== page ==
SI’s Tony Pauline raved that Perry had a “workout for the ages,” impressing in each of the stunts and tests he was asked to run. Perry already carried a rep as a “workout warrior,” though that can have a negative connotation as well for players who aren’t as physical as you’d expect on the field compared to what they can do off of it. But his high motor and agility make him a first-round prospect as a pass rusher.
Melvin Ingram, on the other hand, is considered a total package at defensive end, and who displayed as much style as substance while being put through the paces. Ingram appeared effortless and constantly on balance while running a 4.67 40, and sprinting through technique drills. Ingram was already a highly-regarded prospect who didn’t help himself so much compared to his peers, but compared to higher-risk players in other positions that be candidates for the top 15.
LB Luke Kuechley (Boston College)
First, we have to learn how to say his name. (It’s “KEEK-ly”). Then we have to readjust our expectations, because Kuechley blew them away.
In our pre-draft preview of Kuechley, we quote Wes Bunting of the National Football Post citing conventional wisdom: “He’s not the biggest, strongest or fastest, but…”
Hold that thought. Kuechley killed the strength and speed drills, with a sparkling 4.58 time in the 40 yard dash and 27 reps on the bench. Throw in the third-highest vertical leap and fifth-highest broad jump on the day, and add in the rest of Bunting’s sentiments – “… ‘plus’ tackler w/ great instincts…top tier future NFL tackler” – and you have a very exciting player.
Fallers in the defensive front seven
DT Michael Brockers (LSU)
Hubris, for underclassmen, is believing in your own greatness – especially when it’s told to you by an agent – before you’ve earned it on the field. Hubris is launching yourself into the NFL Draft pool because you’ve been told that this is a “weak” class at your position, and because you’ve grown man-size at 6’5″ with 35″ arms. Hubris is calling yourself a top prospect at DT with a career total of two sacks, while playing in the middle of one of the greatest defenses known to college football.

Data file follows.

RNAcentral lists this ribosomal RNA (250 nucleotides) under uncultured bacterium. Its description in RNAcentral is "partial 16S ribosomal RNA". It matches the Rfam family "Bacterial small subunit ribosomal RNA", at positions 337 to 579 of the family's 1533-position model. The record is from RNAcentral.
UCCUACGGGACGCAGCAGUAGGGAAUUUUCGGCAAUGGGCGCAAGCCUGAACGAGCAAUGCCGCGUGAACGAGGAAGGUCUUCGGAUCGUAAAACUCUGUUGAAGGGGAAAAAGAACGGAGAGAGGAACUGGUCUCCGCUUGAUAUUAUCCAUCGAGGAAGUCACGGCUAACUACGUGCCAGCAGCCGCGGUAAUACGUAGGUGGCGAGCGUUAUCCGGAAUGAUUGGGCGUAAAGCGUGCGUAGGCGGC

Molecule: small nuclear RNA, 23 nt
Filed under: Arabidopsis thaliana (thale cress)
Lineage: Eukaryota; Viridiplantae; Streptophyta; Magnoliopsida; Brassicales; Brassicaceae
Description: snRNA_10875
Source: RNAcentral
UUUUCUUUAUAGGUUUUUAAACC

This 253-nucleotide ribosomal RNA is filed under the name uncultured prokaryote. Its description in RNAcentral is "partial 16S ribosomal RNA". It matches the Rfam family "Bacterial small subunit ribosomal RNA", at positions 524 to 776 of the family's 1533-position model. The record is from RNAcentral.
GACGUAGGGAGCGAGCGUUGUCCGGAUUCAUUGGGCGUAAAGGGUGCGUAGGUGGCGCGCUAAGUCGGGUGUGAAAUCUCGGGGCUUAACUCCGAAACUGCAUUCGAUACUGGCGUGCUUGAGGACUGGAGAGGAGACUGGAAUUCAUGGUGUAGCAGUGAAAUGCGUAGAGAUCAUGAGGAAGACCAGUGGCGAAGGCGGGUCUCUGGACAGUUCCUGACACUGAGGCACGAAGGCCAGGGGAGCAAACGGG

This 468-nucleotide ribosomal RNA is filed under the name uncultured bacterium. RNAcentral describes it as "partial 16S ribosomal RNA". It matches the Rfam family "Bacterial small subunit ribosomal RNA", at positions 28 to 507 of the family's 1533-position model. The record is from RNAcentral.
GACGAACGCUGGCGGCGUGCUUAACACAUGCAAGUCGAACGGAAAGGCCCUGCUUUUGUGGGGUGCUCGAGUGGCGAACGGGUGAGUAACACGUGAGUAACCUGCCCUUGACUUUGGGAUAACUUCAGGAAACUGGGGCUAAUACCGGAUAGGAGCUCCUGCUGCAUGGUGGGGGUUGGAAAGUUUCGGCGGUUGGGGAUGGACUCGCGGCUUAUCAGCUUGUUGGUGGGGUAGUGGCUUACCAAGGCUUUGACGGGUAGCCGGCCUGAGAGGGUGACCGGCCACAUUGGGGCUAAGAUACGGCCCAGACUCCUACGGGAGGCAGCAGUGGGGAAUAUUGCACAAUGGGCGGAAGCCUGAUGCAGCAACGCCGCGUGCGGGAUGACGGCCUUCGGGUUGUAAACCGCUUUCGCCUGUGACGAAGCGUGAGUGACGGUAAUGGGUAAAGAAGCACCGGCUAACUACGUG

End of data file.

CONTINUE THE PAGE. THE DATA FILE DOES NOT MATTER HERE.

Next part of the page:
Hubris is Michael Brockers, and it was punctured badly at the Combine. With his youth and frame, Brockers is a “projectable” player with intriguing size and length but holes on his resume, much like Aldon Smith was a year ago. But Smith was far more productive in his first two seasons at Missouri than Brockers was at LSU, and justified a high pick with his production on the 49ers.
Smith also performed extremely well at the Combine, running a 4.67 after coming off a leg injury. Perfectly healthy, Brockers plodded to a 5.33 time, and lifted the 225 pound weight a mere 19 times. By comparison, WR Ryan Broyles out-lifted him with 21.
Athletic measurements are all the more important when you’re buying on raw skill. Brockers didn’t give teams much to fall in love with, and appeared to fall firmly out of first round contention.
DE Quinton Coples (UNC)
In the annals of those who have fallen in the Combine, Coples didn’t fall far. His potential combined with his impressive game tape make him a first-rounder, and probably a high one at that. But because we in the media are in the business of keeping lists, we need names to put on them. Coples didn’t explode athletically the way some of his counterparts did, ranking this as a mildly disappointing Combine for him.
It may be just a blip. But if he starts to fall a little bit in the draft, we may have seen it foreshadowed here.